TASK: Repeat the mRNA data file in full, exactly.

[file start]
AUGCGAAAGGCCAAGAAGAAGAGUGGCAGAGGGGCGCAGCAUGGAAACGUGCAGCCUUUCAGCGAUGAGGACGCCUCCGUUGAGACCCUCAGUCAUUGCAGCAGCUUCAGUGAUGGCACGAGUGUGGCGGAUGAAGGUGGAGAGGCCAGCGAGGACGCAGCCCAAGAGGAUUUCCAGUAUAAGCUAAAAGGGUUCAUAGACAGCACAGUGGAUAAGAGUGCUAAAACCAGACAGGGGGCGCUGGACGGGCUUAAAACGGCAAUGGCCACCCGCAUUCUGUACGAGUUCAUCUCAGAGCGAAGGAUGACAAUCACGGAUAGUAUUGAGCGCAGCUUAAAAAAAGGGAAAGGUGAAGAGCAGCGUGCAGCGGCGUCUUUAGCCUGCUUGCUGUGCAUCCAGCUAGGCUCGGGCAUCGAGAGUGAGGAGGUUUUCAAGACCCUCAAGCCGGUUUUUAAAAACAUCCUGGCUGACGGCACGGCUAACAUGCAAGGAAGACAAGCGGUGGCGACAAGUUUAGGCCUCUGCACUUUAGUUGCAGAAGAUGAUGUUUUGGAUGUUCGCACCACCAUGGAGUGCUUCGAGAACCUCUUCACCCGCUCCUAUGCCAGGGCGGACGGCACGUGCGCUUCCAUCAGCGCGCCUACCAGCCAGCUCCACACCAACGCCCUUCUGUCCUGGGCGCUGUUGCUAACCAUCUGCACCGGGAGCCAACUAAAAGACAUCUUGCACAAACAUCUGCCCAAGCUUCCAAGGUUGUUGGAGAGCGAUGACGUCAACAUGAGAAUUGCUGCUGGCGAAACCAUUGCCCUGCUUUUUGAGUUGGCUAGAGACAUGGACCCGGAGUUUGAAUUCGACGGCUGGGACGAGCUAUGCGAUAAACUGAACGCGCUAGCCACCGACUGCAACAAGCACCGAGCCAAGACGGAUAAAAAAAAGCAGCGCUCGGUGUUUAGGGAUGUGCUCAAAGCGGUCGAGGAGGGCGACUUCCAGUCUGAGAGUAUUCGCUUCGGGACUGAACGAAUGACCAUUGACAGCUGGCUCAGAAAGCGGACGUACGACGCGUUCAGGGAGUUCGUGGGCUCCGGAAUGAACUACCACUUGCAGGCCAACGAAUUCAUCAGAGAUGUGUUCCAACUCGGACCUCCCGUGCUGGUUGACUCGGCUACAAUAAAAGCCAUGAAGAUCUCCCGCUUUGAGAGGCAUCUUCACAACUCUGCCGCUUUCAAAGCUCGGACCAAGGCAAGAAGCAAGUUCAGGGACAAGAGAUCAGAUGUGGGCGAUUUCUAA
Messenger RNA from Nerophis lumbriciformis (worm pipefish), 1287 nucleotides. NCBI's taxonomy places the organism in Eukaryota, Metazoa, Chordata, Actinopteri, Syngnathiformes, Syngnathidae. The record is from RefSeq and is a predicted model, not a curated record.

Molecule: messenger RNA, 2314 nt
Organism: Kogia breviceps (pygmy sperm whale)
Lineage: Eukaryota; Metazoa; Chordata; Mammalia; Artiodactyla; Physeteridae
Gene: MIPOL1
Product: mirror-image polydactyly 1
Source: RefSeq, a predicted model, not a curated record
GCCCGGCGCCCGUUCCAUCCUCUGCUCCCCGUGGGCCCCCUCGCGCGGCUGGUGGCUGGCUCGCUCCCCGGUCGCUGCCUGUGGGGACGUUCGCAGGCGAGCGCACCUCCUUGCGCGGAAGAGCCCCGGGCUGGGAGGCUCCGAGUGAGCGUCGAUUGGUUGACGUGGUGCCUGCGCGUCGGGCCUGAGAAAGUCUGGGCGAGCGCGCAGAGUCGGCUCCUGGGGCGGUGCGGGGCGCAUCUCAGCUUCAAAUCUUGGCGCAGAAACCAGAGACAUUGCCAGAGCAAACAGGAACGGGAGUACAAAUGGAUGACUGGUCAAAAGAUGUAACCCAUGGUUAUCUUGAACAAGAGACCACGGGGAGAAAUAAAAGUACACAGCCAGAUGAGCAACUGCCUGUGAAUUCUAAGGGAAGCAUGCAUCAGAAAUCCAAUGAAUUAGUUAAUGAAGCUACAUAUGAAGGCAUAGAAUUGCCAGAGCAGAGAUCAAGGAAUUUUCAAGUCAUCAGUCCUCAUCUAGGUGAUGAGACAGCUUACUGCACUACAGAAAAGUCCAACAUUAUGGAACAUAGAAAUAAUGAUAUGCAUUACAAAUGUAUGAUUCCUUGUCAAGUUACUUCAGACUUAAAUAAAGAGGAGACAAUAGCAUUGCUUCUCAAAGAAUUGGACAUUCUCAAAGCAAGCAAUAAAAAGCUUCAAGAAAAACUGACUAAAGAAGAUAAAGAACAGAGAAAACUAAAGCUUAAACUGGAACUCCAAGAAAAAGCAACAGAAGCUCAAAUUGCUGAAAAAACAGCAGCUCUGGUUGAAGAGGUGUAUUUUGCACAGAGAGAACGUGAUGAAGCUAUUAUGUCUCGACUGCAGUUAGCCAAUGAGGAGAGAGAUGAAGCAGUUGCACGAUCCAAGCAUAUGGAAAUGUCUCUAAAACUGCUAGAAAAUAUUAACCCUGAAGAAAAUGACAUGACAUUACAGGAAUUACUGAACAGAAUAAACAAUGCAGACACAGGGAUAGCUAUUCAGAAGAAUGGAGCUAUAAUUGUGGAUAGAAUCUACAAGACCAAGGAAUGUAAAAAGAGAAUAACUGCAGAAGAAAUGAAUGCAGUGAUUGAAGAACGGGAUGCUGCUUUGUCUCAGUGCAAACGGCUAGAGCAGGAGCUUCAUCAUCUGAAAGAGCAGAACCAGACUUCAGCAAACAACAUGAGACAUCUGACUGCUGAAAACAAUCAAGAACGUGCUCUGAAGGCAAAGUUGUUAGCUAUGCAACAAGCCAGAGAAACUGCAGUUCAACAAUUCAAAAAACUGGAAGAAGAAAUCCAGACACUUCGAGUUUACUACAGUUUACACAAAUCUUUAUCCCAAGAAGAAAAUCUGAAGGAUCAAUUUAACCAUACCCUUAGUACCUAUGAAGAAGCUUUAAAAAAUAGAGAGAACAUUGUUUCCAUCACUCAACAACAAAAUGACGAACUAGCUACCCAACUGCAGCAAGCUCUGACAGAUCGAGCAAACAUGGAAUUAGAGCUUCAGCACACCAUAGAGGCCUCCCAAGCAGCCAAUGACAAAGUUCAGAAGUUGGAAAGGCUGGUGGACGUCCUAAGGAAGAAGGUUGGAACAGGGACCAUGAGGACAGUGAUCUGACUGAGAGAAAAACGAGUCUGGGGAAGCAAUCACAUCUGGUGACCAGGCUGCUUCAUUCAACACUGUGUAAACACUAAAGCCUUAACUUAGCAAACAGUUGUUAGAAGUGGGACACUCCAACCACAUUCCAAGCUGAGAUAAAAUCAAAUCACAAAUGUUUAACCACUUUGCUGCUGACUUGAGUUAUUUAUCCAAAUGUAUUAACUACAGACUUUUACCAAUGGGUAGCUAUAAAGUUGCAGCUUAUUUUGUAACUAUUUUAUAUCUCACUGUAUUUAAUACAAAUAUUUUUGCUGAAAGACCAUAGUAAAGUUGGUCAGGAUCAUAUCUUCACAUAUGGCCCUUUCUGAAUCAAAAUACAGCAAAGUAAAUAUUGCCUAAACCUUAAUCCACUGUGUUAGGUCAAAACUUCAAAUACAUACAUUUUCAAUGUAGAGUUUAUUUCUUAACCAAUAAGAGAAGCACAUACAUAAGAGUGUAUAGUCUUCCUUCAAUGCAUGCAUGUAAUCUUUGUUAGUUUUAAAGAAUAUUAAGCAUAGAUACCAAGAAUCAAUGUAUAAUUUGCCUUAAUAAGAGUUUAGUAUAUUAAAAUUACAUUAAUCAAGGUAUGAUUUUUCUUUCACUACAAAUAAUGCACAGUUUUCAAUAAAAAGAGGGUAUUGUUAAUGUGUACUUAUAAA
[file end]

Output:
AUGCGAAAGGCCAAGAAGAAGAGUGGCAGAGGGGCGCAGCAUGGAAACGUGCAGCCUUUCAGCGAUGAGGACGCCUCCGUUGAGACCCUCAGUCAUUGCAGCAGCUUCAGUGAUGGCACGAGUGUGGCGGAUGAAGGUGGAGAGGCCAGCGAGGACGCAGCCCAAGAGGAUUUCCAGUAUAAGCUAAAAGGGUUCAUAGACAGCACAGUGGAUAAGAGUGCUAAAACCAGACAGGGGGCGCUGGACGGGCUUAAAACGGCAAUGGCCACCCGCAUUCUGUACGAGUUCAUCUCAGAGCGAAGGAUGACAAUCACGGAUAGUAUUGAGCGCAGCUUAAAAAAAGGGAAAGGUGAAGAGCAGCGUGCAGCGGCGUCUUUAGCCUGCUUGCUGUGCAUCCAGCUAGGCUCGGGCAUCGAGAGUGAGGAGGUUUUCAAGACCCUCAAGCCGGUUUUUAAAAACAUCCUGGCUGACGGCACGGCUAACAUGCAAGGAAGACAAGCGGUGGCGACAAGUUUAGGCCUCUGCACUUUAGUUGCAGAAGAUGAUGUUUUGGAUGUUCGCACCACCAUGGAGUGCUUCGAGAACCUCUUCACCCGCUCCUAUGCCAGGGCGGACGGCACGUGCGCUUCCAUCAGCGCGCCUACCAGCCAGCUCCACACCAACGCCCUUCUGUCCUGGGCGCUGUUGCUAACCAUCUGCACCGGGAGCCAACUAAAAGACAUCUUGCACAAACAUCUGCCCAAGCUUCCAAGGUUGUUGGAGAGCGAUGACGUCAACAUGAGAAUUGCUGCUGGCGAAACCAUUGCCCUGCUUUUUGAGUUGGCUAGAGACAUGGACCCGGAGUUUGAAUUCGACGGCUGGGACGAGCUAUGCGAUAAACUGAACGCGCUAGCCACCGACUGCAACAAGCACCGAGCCAAGACGGAUAAAAAAAAGCAGCGCUCGGUGUUUAGGGAUGUGCUCAAAGCGGUCGAGGAGGGCGACUUCCAGUCUGAGAGUAUUCGCUUCGGGACUGAACGAAUGACCAUUGACAGCUGGCUCAGAAAGCGGACGUACGACGCGUUCAGGGAGUUCGUGGGCUCCGGAAUGAACUACCACUUGCAGGCCAACGAAUUCAUCAGAGAUGUGUUCCAACUCGGACCUCCCGUGCUGGUUGACUCGGCUACAAUAAAAGCCAUGAAGAUCUCCCGCUUUGAGAGGCAUCUUCACAACUCUGCCGCUUUCAAAGCUCGGACCAAGGCAAGAAGCAAGUUCAGGGACAAGAGAUCAGAUGUGGGCGAUUUCUAA
Messenger RNA from Nerophis lumbriciformis (worm pipefish), 1287 nucleotides. NCBI's taxonomy places the organism in Eukaryota, Metazoa, Chordata, Actinopteri, Syngnathiformes, Syngnathidae. The record is from RefSeq and is a predicted model, not a curated record.

Molecule: messenger RNA, 2314 nt
Organism: Kogia breviceps (pygmy sperm whale)
Lineage: Eukaryota; Metazoa; Chordata; Mammalia; Artiodactyla; Physeteridae
Gene: MIPOL1
Product: mirror-image polydactyly 1
Source: RefSeq, a predicted model, not a curated record
GCCCGGCGCCCGUUCCAUCCUCUGCUCCCCGUGGGCCCCCUCGCGCGGCUGGUGGCUGGCUCGCUCCCCGGUCGCUGCCUGUGGGGACGUUCGCAGGCGAGCGCACCUCCUUGCGCGGAAGAGCCCCGGGCUGGGAGGCUCCGAGUGAGCGUCGAUUGGUUGACGUGGUGCCUGCGCGUCGGGCCUGAGAAAGUCUGGGCGAGCGCGCAGAGUCGGCUCCUGGGGCGGUGCGGGGCGCAUCUCAGCUUCAAAUCUUGGCGCAGAAACCAGAGACAUUGCCAGAGCAAACAGGAACGGGAGUACAAAUGGAUGACUGGUCAAAAGAUGUAACCCAUGGUUAUCUUGAACAAGAGACCACGGGGAGAAAUAAAAGUACACAGCCAGAUGAGCAACUGCCUGUGAAUUCUAAGGGAAGCAUGCAUCAGAAAUCCAAUGAAUUAGUUAAUGAAGCUACAUAUGAAGGCAUAGAAUUGCCAGAGCAGAGAUCAAGGAAUUUUCAAGUCAUCAGUCCUCAUCUAGGUGAUGAGACAGCUUACUGCACUACAGAAAAGUCCAACAUUAUGGAACAUAGAAAUAAUGAUAUGCAUUACAAAUGUAUGAUUCCUUGUCAAGUUACUUCAGACUUAAAUAAAGAGGAGACAAUAGCAUUGCUUCUCAAAGAAUUGGACAUUCUCAAAGCAAGCAAUAAAAAGCUUCAAGAAAAACUGACUAAAGAAGAUAAAGAACAGAGAAAACUAAAGCUUAAACUGGAACUCCAAGAAAAAGCAACAGAAGCUCAAAUUGCUGAAAAAACAGCAGCUCUGGUUGAAGAGGUGUAUUUUGCACAGAGAGAACGUGAUGAAGCUAUUAUGUCUCGACUGCAGUUAGCCAAUGAGGAGAGAGAUGAAGCAGUUGCACGAUCCAAGCAUAUGGAAAUGUCUCUAAAACUGCUAGAAAAUAUUAACCCUGAAGAAAAUGACAUGACAUUACAGGAAUUACUGAACAGAAUAAACAAUGCAGACACAGGGAUAGCUAUUCAGAAGAAUGGAGCUAUAAUUGUGGAUAGAAUCUACAAGACCAAGGAAUGUAAAAAGAGAAUAACUGCAGAAGAAAUGAAUGCAGUGAUUGAAGAACGGGAUGCUGCUUUGUCUCAGUGCAAACGGCUAGAGCAGGAGCUUCAUCAUCUGAAAGAGCAGAACCAGACUUCAGCAAACAACAUGAGACAUCUGACUGCUGAAAACAAUCAAGAACGUGCUCUGAAGGCAAAGUUGUUAGCUAUGCAACAAGCCAGAGAAACUGCAGUUCAACAAUUCAAAAAACUGGAAGAAGAAAUCCAGACACUUCGAGUUUACUACAGUUUACACAAAUCUUUAUCCCAAGAAGAAAAUCUGAAGGAUCAAUUUAACCAUACCCUUAGUACCUAUGAAGAAGCUUUAAAAAAUAGAGAGAACAUUGUUUCCAUCACUCAACAACAAAAUGACGAACUAGCUACCCAACUGCAGCAAGCUCUGACAGAUCGAGCAAACAUGGAAUUAGAGCUUCAGCACACCAUAGAGGCCUCCCAAGCAGCCAAUGACAAAGUUCAGAAGUUGGAAAGGCUGGUGGACGUCCUAAGGAAGAAGGUUGGAACAGGGACCAUGAGGACAGUGAUCUGACUGAGAGAAAAACGAGUCUGGGGAAGCAAUCACAUCUGGUGACCAGGCUGCUUCAUUCAACACUGUGUAAACACUAAAGCCUUAACUUAGCAAACAGUUGUUAGAAGUGGGACACUCCAACCACAUUCCAAGCUGAGAUAAAAUCAAAUCACAAAUGUUUAACCACUUUGCUGCUGACUUGAGUUAUUUAUCCAAAUGUAUUAACUACAGACUUUUACCAAUGGGUAGCUAUAAAGUUGCAGCUUAUUUUGUAACUAUUUUAUAUCUCACUGUAUUUAAUACAAAUAUUUUUGCUGAAAGACCAUAGUAAAGUUGGUCAGGAUCAUAUCUUCACAUAUGGCCCUUUCUGAAUCAAAAUACAGCAAAGUAAAUAUUGCCUAAACCUUAAUCCACUGUGUUAGGUCAAAACUUCAAAUACAUACAUUUUCAAUGUAGAGUUUAUUUCUUAACCAAUAAGAGAAGCACAUACAUAAGAGUGUAUAGUCUUCCUUCAAUGCAUGCAUGUAAUCUUUGUUAGUUUUAAAGAAUAUUAAGCAUAGAUACCAAGAAUCAAUGUAUAAUUUGCCUUAAUAAGAGUUUAGUAUAUUAAAAUUACAUUAAUCAAGGUAUGAUUUUUCUUUCACUACAAAUAAUGCACAGUUUUCAAUAAAAAGAGGGUAUUGUUAAUGUGUACUUAUAAA